The rise of critical and feminist perspectives in the social sciences in the last three decades has directly challenged conventional cartographic methods (Harley 1989; Crampton 2011). Feminist perspectives are diverse. Yet, there is common agreement that complete objectivity or truth cannot be fully achieved, and all knowledge is situated in personal subjectivities and social contexts (Haraway 1988; Harding 1986; Kwan 2002a; D’Ignazio and Klein 2016). Although several scholars and mapmakers have methodologically explored feminist standpoints in cartography, the representation of difference and subjective experiences has often been limited (Kwan 2002b; McLafferty 2002; D’Ignazio and Klein 2016). Using feminist theory as a framework, I draw on four particularly relevant themes: the body, intersectionality, reflexivity, and transformation.

Research and theory on the body is complex and as a result, there is no widely accepted definition of the body (Longhurst 1997; Valentine 1999). In feminist research, however, the body can be recognized as a geographic location, the “closest in” and most intimate geography (Rich 2003, 212). Transfeminist poet, Joy Ladin (2014), recognizes the body and identity as “expressions of a single self,” limited by language, and in the case of mapping, representation. Furthermore, the body can be viewed as “tactile space” that is bound and bordered, separating the internal from engagements with the external world (Valentine 1999, 331; Salamon 2006). This is especially relevant to mapping, as cartographers typically depict the body as a point or line, rather than an area (Kelly 2015b). Additionally, individual bodies are frequently left unspecified, undifferentiated, and “colourless” in many cartographic depictions, leaving them appearing homogeneous (Rose 1993, 31). These techniques silence the experiences of and interactions with the body. Similar to D’Ignazio and Klein (2016), feminist perspectives in mapping recognize differentiated bodies and affective experiences as instrumental to visualization.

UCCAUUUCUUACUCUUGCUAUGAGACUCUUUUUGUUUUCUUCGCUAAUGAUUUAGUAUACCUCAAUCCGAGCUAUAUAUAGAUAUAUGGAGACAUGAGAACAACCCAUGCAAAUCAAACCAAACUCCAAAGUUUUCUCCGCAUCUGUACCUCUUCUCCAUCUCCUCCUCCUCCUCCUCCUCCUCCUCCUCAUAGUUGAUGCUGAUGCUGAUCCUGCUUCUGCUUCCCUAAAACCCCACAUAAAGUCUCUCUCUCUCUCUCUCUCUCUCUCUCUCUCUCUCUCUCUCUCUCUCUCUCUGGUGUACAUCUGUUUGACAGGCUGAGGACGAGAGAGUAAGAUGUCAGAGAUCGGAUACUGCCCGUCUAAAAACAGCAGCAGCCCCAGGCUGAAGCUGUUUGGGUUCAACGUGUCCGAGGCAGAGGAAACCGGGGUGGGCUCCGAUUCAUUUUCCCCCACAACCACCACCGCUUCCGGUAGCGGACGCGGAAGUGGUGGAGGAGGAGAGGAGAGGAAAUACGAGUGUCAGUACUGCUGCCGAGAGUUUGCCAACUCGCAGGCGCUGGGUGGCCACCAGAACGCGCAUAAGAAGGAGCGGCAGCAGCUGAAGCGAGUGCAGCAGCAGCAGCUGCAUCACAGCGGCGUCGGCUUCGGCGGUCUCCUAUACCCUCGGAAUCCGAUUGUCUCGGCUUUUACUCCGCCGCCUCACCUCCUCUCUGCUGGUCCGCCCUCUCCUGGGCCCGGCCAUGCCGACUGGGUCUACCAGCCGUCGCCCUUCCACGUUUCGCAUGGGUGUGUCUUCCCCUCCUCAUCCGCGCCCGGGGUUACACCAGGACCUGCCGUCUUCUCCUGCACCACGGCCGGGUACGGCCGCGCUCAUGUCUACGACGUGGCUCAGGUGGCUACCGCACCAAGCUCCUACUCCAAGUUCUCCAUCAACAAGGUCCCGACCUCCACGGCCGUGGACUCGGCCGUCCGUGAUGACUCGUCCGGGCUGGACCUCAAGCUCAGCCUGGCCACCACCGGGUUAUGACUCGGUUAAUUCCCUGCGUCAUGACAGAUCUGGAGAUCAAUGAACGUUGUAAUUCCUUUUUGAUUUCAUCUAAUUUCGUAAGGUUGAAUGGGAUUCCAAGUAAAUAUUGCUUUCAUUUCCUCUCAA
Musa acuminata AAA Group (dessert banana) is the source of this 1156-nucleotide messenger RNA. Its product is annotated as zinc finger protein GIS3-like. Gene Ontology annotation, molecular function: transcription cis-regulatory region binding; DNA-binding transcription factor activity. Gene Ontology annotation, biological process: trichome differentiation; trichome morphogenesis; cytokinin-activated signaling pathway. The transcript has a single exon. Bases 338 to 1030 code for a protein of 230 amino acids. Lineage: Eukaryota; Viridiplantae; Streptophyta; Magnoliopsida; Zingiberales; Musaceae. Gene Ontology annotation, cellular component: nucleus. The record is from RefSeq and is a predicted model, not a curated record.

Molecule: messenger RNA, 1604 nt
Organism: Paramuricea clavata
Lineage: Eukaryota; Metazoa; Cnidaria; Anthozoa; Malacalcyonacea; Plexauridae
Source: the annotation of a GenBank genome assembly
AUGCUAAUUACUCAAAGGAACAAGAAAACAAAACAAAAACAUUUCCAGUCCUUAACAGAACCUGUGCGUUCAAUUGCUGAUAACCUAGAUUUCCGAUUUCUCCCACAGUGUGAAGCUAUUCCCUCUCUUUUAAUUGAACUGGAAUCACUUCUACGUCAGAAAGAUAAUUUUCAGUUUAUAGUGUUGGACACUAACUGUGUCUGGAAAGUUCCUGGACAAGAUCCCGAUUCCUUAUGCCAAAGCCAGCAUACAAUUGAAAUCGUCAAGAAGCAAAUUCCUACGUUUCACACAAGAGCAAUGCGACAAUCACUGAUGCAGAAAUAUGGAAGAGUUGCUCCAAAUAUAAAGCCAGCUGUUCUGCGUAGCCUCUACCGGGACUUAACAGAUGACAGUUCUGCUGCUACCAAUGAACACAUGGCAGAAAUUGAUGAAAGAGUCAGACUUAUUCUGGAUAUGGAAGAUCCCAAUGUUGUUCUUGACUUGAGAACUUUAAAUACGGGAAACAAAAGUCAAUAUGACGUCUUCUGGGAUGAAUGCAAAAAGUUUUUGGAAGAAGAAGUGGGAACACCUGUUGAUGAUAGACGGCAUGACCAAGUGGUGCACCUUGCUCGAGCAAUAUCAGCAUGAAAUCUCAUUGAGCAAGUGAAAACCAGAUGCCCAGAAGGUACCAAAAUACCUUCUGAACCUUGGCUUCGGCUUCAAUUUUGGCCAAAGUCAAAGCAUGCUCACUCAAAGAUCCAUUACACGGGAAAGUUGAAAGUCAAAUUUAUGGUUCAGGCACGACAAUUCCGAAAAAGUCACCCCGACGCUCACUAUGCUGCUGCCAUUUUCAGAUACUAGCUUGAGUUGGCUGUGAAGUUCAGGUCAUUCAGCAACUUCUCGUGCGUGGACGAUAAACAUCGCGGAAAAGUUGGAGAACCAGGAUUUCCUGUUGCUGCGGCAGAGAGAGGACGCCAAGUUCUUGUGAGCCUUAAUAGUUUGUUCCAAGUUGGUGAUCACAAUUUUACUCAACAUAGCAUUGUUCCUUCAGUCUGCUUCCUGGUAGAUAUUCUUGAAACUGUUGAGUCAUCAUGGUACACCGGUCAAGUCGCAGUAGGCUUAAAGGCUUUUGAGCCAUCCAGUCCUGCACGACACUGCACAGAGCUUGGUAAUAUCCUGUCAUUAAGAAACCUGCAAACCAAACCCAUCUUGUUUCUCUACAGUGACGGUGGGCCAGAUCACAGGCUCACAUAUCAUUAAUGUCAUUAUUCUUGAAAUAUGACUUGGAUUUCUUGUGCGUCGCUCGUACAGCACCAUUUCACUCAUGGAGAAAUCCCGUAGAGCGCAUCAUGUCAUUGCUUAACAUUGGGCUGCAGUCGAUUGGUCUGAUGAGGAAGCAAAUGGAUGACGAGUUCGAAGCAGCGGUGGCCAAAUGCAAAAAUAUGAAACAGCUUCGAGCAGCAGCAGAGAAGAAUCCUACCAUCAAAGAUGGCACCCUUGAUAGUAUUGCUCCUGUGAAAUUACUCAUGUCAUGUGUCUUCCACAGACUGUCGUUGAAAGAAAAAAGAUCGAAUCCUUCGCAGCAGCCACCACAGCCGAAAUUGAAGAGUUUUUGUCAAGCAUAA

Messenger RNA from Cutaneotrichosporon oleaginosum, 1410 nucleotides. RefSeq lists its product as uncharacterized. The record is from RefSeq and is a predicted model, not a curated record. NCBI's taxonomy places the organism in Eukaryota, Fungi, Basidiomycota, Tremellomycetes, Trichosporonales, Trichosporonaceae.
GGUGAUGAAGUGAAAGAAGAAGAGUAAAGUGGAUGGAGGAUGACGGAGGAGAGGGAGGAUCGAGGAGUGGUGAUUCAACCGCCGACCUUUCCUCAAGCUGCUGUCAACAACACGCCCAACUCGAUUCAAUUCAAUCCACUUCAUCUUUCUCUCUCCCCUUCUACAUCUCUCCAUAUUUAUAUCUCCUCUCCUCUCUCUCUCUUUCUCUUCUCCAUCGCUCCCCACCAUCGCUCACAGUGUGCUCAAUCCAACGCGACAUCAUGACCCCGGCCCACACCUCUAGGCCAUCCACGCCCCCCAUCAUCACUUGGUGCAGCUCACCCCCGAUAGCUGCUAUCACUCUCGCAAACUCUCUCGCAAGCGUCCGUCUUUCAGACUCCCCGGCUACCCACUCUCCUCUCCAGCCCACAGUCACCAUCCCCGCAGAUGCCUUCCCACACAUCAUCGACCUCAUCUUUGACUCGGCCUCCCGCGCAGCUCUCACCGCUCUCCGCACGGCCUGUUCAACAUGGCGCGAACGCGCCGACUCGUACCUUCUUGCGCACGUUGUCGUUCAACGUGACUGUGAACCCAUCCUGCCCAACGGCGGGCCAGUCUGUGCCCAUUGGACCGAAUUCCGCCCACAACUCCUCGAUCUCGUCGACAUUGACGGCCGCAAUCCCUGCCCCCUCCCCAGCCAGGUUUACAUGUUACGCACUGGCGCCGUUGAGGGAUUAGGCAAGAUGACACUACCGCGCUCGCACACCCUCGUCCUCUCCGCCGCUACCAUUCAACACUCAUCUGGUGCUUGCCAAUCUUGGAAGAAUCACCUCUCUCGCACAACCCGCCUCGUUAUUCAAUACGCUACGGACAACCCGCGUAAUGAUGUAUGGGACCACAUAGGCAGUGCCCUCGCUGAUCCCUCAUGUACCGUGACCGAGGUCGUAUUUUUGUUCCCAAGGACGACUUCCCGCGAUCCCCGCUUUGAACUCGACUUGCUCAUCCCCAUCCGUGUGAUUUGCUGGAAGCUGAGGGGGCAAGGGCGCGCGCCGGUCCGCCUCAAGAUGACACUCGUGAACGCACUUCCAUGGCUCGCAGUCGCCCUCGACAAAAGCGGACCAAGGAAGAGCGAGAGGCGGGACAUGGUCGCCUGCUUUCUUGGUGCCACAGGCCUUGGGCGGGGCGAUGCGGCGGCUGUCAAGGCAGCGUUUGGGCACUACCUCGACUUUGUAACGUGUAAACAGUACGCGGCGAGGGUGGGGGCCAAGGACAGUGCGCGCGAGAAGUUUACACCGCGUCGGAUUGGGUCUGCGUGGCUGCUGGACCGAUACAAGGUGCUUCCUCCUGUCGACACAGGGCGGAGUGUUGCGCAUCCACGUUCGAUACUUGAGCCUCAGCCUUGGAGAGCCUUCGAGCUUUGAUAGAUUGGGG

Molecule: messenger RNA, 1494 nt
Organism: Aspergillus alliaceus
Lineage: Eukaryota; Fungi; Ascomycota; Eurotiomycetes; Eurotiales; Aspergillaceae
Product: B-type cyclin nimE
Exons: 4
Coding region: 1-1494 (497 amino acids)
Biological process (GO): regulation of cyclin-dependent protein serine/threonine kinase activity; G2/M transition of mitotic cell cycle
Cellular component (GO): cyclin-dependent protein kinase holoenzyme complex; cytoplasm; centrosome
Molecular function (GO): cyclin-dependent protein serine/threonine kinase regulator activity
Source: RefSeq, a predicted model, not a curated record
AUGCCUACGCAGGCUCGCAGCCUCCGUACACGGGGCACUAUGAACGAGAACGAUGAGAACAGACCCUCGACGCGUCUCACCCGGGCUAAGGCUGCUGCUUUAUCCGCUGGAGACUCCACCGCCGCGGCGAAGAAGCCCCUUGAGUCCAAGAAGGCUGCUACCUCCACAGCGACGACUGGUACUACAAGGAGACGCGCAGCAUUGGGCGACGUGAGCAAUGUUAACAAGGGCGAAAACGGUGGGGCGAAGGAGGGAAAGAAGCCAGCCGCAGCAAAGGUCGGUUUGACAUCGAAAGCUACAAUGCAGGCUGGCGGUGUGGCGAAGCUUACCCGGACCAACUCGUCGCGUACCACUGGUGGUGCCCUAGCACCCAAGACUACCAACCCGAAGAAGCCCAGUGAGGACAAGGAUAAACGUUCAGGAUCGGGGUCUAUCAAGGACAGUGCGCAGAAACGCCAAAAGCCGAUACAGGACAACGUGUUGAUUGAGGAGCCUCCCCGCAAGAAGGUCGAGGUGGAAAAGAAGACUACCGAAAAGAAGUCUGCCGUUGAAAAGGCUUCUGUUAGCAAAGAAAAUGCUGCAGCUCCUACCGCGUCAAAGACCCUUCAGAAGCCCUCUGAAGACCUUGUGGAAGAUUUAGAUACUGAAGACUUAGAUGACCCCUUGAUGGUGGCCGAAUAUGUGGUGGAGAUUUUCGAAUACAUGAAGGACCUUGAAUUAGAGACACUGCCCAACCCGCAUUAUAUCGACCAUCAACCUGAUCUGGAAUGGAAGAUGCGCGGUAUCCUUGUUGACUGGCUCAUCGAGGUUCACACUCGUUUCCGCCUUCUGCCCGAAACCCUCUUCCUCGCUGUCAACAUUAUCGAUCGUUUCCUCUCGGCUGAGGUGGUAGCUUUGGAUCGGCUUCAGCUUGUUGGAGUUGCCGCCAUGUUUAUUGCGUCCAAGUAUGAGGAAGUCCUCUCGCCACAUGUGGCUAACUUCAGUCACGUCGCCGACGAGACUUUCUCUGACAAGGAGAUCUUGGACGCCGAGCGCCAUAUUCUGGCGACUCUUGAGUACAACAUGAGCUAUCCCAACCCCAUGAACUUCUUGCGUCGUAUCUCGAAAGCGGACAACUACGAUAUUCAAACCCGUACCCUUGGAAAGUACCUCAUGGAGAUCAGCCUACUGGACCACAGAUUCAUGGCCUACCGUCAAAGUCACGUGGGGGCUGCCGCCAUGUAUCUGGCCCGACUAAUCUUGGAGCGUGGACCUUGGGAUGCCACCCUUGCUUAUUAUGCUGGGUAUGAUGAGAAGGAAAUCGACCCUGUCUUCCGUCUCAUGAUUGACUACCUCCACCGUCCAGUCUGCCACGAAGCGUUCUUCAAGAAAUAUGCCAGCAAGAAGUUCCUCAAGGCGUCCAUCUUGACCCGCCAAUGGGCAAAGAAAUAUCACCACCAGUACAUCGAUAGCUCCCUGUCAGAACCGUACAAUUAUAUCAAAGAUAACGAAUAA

Like feminist understandings of situated knowledge, bodies are also situated because they are unique and complex. Cartographers and data visualization experts often rely on categorical data, aggregating bodies and individuals into groups or binaries based on gender, ethnicity, nationality, or religion, to simplify a map’s message (D’Ignazio and Klein 2016). In reality, an individual may identify with multiple, entangled categories. A feminist approach recognizes that the body and the individual are nuanced and deeply complex, with many, often intersecting identities (Crenshaw 1991; Mohanty 2003). Intersectionality refers to power differentials that are multidimensional and shaped by intersecting notions of “race, class, gender, sexuality, ethnicity, nation, ability, and age” (Crenshaw 1991; Collins 2015, 2). By recognizing intersectionality, cartographers can avoid binaries, overgeneralizations, and the categorization of individuals by focusing on the complexities, pluralisms, and subjectivities of individual identities, experiences, and knowledges (D’Ignazio and Klein 2016).

Cartographically, categories are frequently used to reduce complexity and communicate a message or story in a map more readily. When asked to create bodily categories, Mohanty suggests looking for “common difference” between individuals, a strategy that simultaneously recognizes alliance and division across groups, allowing aggregation or grouping through reflexive practice (Mohanty 2003, 503). Mohanty, for example, uses this framework to recognize the differential impacts of race, class, and gender on women in “Third World” contexts, yet simultaneously recognizes their commonality, as systems of power maintain dominance across contexts (2003). Further, common difference acknowledges that “the differences and borders of each of our identities connect us to each other” and requires “informed, self-reflexive” solidarity and practice (Mohanty 2003, 530).